Acute Sinusitis

What is acute sinusitis?

Acute sinusitis is one of the two main types of sinusitis. (The other is chronic sinusitis). People with acute sinusitis experience symptoms for less than three months, then their symptoms resolve. Nearly all episodes of acute sinusitis are initially viral upper respiratory infections, also known as the “common cold.” Recurrent acute sinusitis refers to acute sinusitis occurring multiple times a year as separate episodes, between which patients’ sinusitis symptoms resolve.

Our experts treat acute sinusitis on a case-by-case basis, as no two diagnoses are exactly the same. We offer numerous treatment options to help you overcome your symptoms and get back to living your normal life.

Acute sinusitis symptoms

The symptoms of acute and recurrent acute sinusitis are very similar to chronic sinusitis, with the main difference being the duration of symptoms. Symptoms include:

  • Nasal obstruction (airflow is blocked through either one or both of the nostrils)
  • Thick and/or foul-smelling or tasting nasal discharge or postnasal drip
  • Facial pain (sometimes referred to as sinus headaches) or pressure across the cheeks or forehead, or over the bridge of the nose between the eyes; less commonly, pain may occur at the top of the head or behind the eyes. Facial pain is more common in acute sinusitis than in chronic sinusitis.
  • Loss of sense of smell
  • Fever (more common in acute sinusitis than in chronic sinusitis)

Acute sinusitis treatment options

Depending on the severity of your condition and the cause of your symptoms, there are treatment options available to help ease or even eliminate your symptoms entirely. Treatment options include:

  • Antibiotics: When symptoms of sinusitis have continued or worsened over 7-10 days, it is more likely that a viral sinusitis has turned into a bacterial sinusitis, and therefore antibiotics may be warranted. Typically, antibiotics are given for 7-14 days after which the patient’s symptoms are reassessed.
  • Decongestants: Medications like oral pseudoephedrine and nasal oxymetazoline sprays help alleviate nasal obstruction by constricting blood vessels in the sinus and nasal tissues, shrinking the swollen tissues. Nasal decongestants should only be used for at most 2-3 days in a row, to avoid dependency.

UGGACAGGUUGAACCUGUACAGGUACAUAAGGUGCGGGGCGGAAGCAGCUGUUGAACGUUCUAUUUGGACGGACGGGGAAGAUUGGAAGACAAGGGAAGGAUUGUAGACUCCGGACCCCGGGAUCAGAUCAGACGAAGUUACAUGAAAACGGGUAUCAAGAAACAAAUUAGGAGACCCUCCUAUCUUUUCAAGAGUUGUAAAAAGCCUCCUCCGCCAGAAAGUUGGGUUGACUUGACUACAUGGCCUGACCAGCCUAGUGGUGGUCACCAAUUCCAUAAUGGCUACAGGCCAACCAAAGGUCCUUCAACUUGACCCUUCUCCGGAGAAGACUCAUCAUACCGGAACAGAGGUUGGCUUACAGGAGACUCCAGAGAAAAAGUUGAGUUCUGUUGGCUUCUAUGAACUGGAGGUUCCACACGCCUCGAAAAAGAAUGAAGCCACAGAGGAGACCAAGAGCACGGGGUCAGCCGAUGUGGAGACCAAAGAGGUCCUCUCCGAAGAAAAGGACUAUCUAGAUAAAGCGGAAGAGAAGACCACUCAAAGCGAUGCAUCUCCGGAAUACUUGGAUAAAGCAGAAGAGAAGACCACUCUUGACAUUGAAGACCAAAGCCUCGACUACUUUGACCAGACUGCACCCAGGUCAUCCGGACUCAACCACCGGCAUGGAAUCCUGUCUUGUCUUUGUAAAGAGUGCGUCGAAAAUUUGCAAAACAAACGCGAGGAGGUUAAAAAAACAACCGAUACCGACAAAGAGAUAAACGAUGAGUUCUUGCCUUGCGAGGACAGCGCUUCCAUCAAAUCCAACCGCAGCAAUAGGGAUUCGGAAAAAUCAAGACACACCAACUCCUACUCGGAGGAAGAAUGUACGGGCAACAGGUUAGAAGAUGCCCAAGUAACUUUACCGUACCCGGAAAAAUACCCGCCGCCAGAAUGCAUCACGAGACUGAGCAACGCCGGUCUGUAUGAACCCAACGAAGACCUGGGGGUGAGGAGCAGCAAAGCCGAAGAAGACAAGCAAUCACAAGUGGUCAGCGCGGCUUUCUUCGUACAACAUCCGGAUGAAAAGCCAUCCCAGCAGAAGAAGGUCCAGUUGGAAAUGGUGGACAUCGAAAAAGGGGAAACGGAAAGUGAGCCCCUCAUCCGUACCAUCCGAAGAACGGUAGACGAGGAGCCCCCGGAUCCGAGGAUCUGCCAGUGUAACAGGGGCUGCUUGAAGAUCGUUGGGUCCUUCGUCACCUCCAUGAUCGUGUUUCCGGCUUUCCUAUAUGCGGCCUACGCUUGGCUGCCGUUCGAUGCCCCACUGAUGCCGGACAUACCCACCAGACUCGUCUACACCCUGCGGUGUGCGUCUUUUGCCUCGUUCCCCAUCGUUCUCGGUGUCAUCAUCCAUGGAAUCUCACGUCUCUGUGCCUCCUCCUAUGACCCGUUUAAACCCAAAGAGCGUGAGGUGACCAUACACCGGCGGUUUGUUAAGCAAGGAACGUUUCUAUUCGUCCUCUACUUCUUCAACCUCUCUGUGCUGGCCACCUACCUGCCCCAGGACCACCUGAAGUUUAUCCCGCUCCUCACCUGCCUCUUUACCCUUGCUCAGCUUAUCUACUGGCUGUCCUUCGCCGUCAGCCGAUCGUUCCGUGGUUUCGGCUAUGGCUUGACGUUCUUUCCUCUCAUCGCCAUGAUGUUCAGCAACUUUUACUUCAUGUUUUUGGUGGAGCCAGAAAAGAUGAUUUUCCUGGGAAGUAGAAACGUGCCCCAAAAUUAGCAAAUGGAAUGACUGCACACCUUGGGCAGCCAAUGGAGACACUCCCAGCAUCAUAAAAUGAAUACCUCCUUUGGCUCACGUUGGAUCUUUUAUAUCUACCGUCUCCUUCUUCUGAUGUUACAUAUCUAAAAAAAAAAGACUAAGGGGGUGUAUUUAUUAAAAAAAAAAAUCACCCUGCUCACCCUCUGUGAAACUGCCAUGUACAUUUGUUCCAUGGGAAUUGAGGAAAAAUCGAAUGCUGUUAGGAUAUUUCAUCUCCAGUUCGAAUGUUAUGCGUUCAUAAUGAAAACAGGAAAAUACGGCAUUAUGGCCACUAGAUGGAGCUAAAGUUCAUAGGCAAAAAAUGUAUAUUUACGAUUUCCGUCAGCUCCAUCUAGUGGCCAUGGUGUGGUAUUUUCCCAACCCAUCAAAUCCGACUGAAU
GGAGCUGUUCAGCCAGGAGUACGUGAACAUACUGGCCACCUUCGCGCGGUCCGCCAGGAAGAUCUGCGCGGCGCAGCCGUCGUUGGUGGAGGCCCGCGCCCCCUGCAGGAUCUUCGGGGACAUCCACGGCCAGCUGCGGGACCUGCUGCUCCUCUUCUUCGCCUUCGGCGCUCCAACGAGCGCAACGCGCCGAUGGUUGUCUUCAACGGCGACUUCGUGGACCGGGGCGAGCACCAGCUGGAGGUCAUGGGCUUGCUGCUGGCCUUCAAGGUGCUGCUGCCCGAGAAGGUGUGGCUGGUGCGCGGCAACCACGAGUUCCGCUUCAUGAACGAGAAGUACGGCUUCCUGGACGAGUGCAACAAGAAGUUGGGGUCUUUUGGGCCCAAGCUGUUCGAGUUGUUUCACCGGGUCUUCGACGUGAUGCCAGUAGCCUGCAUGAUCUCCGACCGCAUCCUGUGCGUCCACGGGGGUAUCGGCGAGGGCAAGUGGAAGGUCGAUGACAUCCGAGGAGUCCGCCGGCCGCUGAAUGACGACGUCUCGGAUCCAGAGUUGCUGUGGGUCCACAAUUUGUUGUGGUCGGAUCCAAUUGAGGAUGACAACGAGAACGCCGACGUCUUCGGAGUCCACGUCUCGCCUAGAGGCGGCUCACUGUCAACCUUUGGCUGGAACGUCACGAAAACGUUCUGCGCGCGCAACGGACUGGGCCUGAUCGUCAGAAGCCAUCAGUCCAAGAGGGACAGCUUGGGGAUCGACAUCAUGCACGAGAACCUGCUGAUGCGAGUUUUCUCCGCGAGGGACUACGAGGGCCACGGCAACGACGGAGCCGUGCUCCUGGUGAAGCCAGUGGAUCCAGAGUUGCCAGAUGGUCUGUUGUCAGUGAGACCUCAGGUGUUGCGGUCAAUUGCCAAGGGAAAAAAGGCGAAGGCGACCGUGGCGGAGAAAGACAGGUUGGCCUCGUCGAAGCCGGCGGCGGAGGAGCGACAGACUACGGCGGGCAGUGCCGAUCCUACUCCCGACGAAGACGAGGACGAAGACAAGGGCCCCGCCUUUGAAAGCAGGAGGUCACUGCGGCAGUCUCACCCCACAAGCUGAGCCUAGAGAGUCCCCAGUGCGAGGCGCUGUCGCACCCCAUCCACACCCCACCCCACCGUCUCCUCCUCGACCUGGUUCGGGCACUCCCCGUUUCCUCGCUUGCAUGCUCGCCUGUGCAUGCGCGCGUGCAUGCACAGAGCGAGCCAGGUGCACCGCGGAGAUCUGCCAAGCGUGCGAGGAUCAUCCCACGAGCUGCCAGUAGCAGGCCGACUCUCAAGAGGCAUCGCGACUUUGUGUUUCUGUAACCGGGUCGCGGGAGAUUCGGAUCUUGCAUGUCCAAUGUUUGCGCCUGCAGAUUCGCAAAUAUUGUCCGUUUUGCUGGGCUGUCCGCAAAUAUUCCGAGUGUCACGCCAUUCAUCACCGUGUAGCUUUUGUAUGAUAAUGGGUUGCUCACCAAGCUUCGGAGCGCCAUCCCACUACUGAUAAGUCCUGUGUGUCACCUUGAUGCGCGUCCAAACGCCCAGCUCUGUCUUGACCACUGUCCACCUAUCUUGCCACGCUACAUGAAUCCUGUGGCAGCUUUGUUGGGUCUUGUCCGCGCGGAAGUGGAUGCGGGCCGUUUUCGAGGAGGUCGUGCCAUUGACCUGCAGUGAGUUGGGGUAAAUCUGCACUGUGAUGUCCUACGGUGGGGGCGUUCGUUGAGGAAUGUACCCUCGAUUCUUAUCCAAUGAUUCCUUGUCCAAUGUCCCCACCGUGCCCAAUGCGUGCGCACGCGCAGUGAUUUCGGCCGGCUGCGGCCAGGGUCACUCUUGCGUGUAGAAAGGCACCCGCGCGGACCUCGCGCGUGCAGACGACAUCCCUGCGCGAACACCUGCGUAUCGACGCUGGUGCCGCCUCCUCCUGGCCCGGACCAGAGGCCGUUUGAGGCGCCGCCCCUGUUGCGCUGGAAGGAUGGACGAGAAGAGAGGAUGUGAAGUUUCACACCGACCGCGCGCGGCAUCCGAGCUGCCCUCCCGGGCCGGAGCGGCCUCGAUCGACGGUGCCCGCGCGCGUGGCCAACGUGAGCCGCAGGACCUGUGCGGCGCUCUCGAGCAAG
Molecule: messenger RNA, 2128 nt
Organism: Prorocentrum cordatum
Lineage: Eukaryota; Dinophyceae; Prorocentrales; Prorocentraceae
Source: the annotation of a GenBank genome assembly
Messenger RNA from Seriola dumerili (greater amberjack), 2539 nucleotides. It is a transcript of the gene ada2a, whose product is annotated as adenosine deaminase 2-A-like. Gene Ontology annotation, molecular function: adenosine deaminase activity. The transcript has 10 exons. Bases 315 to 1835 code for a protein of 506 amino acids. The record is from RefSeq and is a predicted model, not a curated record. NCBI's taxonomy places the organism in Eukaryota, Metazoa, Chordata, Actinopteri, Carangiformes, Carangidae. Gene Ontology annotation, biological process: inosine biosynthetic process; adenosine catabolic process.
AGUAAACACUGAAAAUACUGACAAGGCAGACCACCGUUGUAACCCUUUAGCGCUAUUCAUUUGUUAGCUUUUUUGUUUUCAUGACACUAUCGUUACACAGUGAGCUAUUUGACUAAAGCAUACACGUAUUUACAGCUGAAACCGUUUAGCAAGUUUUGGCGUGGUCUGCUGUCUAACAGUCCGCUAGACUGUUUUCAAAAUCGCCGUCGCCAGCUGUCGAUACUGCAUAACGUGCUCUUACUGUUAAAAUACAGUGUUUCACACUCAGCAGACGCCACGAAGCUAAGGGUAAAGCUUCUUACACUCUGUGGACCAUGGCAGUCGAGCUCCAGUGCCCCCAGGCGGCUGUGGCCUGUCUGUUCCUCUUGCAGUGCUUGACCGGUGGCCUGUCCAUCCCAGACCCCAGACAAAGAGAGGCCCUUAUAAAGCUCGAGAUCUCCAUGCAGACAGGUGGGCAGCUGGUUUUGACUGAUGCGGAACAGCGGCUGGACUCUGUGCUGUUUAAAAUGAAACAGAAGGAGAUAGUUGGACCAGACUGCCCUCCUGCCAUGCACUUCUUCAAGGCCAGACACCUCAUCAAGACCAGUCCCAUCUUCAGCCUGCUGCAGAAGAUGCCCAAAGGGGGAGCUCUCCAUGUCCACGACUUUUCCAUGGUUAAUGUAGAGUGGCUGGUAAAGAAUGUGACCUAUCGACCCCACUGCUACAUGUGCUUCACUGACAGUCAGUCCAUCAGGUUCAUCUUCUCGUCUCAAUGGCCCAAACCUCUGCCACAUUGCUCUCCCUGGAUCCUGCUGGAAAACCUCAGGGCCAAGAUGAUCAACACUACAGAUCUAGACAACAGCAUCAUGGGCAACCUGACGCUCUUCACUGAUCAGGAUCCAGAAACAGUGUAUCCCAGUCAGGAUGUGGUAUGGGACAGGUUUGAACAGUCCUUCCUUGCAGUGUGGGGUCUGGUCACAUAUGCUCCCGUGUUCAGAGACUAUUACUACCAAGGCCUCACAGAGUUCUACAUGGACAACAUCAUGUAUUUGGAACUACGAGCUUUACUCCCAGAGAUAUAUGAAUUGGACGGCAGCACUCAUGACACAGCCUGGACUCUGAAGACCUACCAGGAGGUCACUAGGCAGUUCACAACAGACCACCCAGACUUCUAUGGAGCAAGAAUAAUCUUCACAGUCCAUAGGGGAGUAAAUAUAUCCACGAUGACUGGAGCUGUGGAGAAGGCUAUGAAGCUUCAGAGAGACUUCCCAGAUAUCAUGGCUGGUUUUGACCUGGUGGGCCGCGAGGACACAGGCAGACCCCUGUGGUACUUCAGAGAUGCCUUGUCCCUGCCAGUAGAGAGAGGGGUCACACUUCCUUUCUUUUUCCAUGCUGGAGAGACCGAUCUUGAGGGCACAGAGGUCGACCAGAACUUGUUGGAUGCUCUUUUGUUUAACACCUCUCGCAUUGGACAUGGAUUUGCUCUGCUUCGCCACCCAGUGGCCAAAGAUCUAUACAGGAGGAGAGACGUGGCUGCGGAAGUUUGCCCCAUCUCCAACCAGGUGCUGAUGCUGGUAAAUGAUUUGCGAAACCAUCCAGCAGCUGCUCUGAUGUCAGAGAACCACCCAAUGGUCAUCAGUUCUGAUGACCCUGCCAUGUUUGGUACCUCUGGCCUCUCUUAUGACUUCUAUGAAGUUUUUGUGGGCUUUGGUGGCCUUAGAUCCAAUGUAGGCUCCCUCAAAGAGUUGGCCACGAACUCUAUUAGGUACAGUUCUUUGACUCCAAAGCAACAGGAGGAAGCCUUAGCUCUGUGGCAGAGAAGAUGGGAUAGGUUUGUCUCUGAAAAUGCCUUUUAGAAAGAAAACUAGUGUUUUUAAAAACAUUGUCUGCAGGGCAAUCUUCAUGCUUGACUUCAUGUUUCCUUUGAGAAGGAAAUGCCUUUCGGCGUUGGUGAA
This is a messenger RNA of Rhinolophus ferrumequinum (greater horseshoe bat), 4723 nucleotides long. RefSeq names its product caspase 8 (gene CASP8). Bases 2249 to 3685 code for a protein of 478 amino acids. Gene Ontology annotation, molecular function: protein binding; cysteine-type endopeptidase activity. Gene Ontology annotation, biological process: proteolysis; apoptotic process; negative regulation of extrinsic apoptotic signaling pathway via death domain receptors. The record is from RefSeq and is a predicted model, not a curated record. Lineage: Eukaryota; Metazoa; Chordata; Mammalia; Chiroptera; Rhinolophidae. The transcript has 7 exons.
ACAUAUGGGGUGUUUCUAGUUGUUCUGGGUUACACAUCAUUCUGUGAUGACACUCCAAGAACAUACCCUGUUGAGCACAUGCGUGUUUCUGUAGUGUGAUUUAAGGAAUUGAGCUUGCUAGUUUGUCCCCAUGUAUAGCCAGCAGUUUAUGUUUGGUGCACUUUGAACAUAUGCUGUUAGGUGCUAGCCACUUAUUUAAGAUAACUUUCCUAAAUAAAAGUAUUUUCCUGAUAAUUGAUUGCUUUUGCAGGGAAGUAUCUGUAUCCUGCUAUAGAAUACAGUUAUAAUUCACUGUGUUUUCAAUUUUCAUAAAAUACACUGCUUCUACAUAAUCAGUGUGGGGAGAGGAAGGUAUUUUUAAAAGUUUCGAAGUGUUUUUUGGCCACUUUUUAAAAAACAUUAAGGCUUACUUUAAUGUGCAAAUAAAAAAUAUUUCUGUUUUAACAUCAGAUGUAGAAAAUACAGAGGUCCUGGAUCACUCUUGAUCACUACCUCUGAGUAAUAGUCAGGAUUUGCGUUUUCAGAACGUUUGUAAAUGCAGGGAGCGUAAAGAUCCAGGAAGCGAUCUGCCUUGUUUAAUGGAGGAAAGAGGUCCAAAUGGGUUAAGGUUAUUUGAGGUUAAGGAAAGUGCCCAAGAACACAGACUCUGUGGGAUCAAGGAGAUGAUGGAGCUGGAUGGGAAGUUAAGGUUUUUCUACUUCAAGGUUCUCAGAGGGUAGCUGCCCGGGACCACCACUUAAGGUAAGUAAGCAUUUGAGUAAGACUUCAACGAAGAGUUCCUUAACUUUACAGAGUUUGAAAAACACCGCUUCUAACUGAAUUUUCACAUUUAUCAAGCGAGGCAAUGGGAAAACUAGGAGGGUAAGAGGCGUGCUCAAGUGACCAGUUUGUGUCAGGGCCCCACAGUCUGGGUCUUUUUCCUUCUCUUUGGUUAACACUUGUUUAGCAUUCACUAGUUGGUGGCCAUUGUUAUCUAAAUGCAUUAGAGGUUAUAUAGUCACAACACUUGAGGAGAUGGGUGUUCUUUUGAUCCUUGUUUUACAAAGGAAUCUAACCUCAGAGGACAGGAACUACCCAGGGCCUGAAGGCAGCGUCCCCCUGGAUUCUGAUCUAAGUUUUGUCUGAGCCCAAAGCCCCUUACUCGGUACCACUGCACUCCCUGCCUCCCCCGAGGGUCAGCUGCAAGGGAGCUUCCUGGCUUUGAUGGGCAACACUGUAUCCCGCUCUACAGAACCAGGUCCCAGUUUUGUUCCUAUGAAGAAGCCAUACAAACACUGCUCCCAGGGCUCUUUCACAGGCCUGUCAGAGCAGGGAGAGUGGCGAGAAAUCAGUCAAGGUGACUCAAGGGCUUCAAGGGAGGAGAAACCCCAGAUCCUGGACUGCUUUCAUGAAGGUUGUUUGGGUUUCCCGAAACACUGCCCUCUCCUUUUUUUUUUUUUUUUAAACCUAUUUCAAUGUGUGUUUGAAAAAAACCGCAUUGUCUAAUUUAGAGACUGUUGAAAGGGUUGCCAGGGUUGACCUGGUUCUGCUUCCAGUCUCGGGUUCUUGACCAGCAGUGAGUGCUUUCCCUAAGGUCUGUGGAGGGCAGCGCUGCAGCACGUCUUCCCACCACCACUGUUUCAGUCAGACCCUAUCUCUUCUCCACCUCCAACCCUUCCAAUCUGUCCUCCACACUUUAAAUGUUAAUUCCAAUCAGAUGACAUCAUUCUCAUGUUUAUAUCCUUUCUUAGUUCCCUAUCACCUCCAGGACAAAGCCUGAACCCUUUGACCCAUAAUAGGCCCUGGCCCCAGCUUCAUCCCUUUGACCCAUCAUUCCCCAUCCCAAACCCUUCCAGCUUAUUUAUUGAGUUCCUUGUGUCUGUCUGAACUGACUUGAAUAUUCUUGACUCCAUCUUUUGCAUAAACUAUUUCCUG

• High-volume saline irrigations (240 mL squeeze bottle preferred): Saline solutions are usually prescribed for use 2-3 times per day until symptoms subside.
  • Expectorants: Medications such as Mucinex (Guaifenesin) can help thin the mucus, making it easier to blow out the nose or cough up, though evidence on the success of this treatment is limited, and should be considered on a case-by-case basis.
  • Nasal steroid sprays: Several brands of nasal steroid sprays exist either as prescription or over-the-counter medications, all with similar effectiveness in reducing inflammation in the nose. Evidence supporting their use for acute sinusitis is limited as well, and can be considered on a case-by-case basis.
  • Antihistamines: These should only be given during episodes of acute sinusitis if a patient is also experiencing significant symptoms of allergic rhinitis (sneezing, itchy eyes and nose, watery eyes, wheezing).
  • Endoscopic sinus surgery: While surgery is more common for patients with chronic sinusitis, if patients with recurrent acute sinusitis experience four or more episodes of sinusitis per year, research shows that sinus surgery can decrease the number of infections every year, and lessen the severity and duration of symptoms if patients do experience infections.

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